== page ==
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Wake up at the Groundhog Day B&B every day for life

by Khyle Deen. Published Fri 03 Feb 2017 16:51, last updated: 03/02/17

Just one day removed after the real-life Punxsutawney Phil forecast six more weeks of winter, the B&B where the movie Groundhog Day was filmed hit the market. You could purchase it, set a vintage alarm-clock radio to blare off "I Got You, Babe" at 6:00am and relive the same day over and over-and over and over.... and over and over and over and over.

The 5,815 square-foot Royal Victorian Manor is a beautiful and delectably restored 1895 mansion that's currently being operated as a B&B, just like the "Cherry Street Inn" that played host to Bill Murray's character in the film.

The house is though, nowhere near Punxsutawney, Pennsylvania. It is in Woodstock, Illinois. The town however, still has an annual "Groundhog Days" festival purely to celebrate the fact that it was featured in the 1993 movie. The events recently included a symposium with writer Danny Rubin and a walking tour of the locations featured in the film.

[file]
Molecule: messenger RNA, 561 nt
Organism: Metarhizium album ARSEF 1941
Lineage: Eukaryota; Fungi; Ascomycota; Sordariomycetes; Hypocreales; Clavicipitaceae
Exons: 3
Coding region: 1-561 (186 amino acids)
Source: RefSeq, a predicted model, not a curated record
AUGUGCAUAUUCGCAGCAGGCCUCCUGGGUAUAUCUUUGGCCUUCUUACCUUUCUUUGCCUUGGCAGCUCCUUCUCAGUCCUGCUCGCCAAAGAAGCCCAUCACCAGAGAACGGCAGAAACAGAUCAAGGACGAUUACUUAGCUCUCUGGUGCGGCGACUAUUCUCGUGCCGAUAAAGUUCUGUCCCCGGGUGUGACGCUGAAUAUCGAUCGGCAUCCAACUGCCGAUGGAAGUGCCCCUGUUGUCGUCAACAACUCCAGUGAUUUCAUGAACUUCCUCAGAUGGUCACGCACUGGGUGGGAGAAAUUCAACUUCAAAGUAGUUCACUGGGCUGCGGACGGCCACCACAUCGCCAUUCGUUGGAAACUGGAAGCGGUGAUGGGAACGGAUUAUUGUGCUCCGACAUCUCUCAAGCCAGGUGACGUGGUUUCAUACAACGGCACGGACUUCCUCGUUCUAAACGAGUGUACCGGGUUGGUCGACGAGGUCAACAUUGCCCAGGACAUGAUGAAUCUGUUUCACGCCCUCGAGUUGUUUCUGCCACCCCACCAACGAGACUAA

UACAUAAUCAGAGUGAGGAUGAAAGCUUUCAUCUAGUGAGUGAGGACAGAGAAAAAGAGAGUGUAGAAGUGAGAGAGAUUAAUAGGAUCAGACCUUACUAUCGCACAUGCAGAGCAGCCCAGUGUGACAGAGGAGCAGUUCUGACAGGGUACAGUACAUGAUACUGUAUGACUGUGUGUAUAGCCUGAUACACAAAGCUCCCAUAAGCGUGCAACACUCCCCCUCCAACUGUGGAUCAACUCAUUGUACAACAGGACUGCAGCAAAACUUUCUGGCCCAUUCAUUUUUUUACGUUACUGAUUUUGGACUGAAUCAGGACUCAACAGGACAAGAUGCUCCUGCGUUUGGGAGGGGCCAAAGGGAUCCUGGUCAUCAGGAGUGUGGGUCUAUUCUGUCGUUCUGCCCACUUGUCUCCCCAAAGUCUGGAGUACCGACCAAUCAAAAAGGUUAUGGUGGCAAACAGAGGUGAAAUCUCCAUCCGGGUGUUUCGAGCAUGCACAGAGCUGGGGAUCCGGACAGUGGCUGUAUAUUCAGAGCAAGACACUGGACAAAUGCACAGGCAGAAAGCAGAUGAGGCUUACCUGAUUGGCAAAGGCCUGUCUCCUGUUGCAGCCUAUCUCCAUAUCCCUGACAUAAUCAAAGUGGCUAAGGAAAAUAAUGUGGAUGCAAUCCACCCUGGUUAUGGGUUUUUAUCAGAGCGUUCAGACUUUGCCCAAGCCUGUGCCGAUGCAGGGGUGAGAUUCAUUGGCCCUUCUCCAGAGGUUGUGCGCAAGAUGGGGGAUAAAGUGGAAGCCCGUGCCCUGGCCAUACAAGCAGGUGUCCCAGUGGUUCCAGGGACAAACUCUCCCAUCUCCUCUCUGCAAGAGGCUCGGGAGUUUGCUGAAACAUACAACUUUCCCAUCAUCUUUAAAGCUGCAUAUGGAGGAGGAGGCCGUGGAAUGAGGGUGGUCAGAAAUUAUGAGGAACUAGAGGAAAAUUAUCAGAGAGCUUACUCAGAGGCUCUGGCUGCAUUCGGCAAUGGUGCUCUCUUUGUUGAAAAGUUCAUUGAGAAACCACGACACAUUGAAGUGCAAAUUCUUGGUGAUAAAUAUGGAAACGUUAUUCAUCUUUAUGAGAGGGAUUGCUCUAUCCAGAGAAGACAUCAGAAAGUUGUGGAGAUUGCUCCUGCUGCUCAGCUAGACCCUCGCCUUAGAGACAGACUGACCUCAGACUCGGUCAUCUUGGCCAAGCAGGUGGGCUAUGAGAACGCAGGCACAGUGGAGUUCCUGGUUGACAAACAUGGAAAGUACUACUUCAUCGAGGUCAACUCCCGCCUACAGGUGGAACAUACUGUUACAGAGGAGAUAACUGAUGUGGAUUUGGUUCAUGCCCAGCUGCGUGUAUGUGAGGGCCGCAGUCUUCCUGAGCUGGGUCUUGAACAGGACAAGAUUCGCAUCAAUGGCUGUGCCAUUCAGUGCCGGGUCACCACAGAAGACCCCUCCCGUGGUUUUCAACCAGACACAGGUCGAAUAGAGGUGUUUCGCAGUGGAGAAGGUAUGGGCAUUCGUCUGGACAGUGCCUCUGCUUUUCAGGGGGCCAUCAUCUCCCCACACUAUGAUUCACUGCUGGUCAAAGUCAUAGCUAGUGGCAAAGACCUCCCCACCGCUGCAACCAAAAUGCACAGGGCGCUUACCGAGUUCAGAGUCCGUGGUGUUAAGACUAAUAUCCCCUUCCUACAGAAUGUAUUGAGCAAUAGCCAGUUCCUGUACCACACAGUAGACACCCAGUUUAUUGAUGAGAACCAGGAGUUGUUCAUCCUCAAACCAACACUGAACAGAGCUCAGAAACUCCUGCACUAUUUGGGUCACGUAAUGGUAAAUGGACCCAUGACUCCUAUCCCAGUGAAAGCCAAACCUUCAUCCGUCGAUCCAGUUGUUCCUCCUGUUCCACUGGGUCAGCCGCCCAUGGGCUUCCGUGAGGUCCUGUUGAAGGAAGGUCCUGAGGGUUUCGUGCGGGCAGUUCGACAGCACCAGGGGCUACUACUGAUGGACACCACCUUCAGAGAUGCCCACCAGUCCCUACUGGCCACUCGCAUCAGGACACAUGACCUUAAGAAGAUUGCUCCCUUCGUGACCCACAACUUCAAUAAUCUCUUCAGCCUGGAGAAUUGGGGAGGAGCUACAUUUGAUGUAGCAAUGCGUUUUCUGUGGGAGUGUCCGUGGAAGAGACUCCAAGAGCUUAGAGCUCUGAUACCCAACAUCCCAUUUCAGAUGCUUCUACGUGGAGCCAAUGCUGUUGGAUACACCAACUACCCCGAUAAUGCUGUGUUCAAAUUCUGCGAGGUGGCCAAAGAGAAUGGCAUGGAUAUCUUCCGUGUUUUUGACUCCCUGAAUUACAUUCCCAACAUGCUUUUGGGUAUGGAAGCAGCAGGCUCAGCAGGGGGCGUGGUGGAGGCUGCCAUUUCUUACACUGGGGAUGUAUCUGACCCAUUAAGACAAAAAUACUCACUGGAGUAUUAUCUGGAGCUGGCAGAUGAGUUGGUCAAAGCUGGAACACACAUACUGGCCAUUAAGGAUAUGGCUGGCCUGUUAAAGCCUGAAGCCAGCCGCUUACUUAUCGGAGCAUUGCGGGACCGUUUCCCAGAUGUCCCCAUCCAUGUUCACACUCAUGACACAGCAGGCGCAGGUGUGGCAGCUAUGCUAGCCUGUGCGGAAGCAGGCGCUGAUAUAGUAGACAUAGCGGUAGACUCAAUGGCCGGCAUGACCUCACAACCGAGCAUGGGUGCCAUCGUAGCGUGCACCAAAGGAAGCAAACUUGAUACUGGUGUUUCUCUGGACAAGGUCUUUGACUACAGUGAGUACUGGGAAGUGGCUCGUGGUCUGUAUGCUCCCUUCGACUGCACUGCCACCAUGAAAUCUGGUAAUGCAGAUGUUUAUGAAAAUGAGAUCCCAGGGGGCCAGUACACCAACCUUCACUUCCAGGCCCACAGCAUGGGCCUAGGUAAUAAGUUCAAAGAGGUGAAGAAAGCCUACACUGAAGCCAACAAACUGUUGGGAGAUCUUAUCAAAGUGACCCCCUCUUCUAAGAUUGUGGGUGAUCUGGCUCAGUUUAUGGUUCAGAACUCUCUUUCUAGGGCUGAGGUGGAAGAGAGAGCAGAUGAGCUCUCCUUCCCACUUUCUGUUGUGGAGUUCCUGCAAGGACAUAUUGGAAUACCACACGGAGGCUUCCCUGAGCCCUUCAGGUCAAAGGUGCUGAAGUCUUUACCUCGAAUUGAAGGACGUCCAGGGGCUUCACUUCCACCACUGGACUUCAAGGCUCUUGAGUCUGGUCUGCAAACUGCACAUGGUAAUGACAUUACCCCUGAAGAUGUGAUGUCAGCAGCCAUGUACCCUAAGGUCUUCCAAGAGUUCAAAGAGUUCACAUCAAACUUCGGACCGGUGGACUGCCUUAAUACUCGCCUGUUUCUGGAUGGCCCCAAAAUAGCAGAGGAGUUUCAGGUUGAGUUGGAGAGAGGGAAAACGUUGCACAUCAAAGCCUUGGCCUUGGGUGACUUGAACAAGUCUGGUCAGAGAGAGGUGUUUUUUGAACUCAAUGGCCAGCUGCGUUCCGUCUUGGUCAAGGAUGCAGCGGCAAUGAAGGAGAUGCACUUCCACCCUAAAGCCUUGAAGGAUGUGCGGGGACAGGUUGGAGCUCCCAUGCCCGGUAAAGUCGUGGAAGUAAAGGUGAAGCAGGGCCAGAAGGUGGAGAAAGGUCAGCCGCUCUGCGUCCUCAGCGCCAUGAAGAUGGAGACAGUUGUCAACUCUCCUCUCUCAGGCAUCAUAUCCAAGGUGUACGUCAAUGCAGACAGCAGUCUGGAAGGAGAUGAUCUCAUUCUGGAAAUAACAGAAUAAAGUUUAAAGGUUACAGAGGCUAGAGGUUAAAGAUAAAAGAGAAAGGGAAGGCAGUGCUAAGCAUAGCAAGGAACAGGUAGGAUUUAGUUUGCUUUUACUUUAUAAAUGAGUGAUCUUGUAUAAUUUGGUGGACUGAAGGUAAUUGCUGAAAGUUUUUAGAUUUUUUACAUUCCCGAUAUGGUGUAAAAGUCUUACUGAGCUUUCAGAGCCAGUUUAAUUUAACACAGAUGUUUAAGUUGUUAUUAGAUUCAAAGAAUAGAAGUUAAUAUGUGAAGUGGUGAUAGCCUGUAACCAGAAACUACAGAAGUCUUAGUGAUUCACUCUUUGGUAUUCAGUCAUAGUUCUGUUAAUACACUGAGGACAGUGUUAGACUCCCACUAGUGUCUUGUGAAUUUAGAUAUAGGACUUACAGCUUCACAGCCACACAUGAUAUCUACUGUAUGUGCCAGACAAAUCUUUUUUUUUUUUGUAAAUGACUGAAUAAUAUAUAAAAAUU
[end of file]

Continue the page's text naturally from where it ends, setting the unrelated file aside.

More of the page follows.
The property itself honors the legacy of Groundhog Day. it has plaques installed acknowledging and celebrating the film. The choice is there to operate the premises as a B&B or, as the listing actually encourages, it might be "easily turned into the grand single family it once was." However, you'll most likely always have to accommodate hoards of fans that're wanting to sneak a peek at the inn to relive some of the 12,395 days (a figure estimated by WhatCulture) that Murray's character spent there.

Several years ago, Bill Murray did an AMA at Reddit, where he talked about how Groundhog Day was an overlooked masterpiece that should have gotten more credit:

The script is one of the greatest conceptual scripts I've ever seen. It's a script that was so unique, so original, and yet it got not acclaim. To me it was no question that it was the greatest script of the year. To this day people are talking about it, but they forget no one paid any attention to it at the timeā€¦ But doing the movie, shooting the scenes over and over, it's like an acting challenge. It's like doing a play and those same scenes over and over and again, so you can try to make it better or deeper or funnier than you made it previously.

Maybe when you purchase the house, you could turn it into a museum devoted to the movie and help Groundhog Day get the rightful attention that it deserves.



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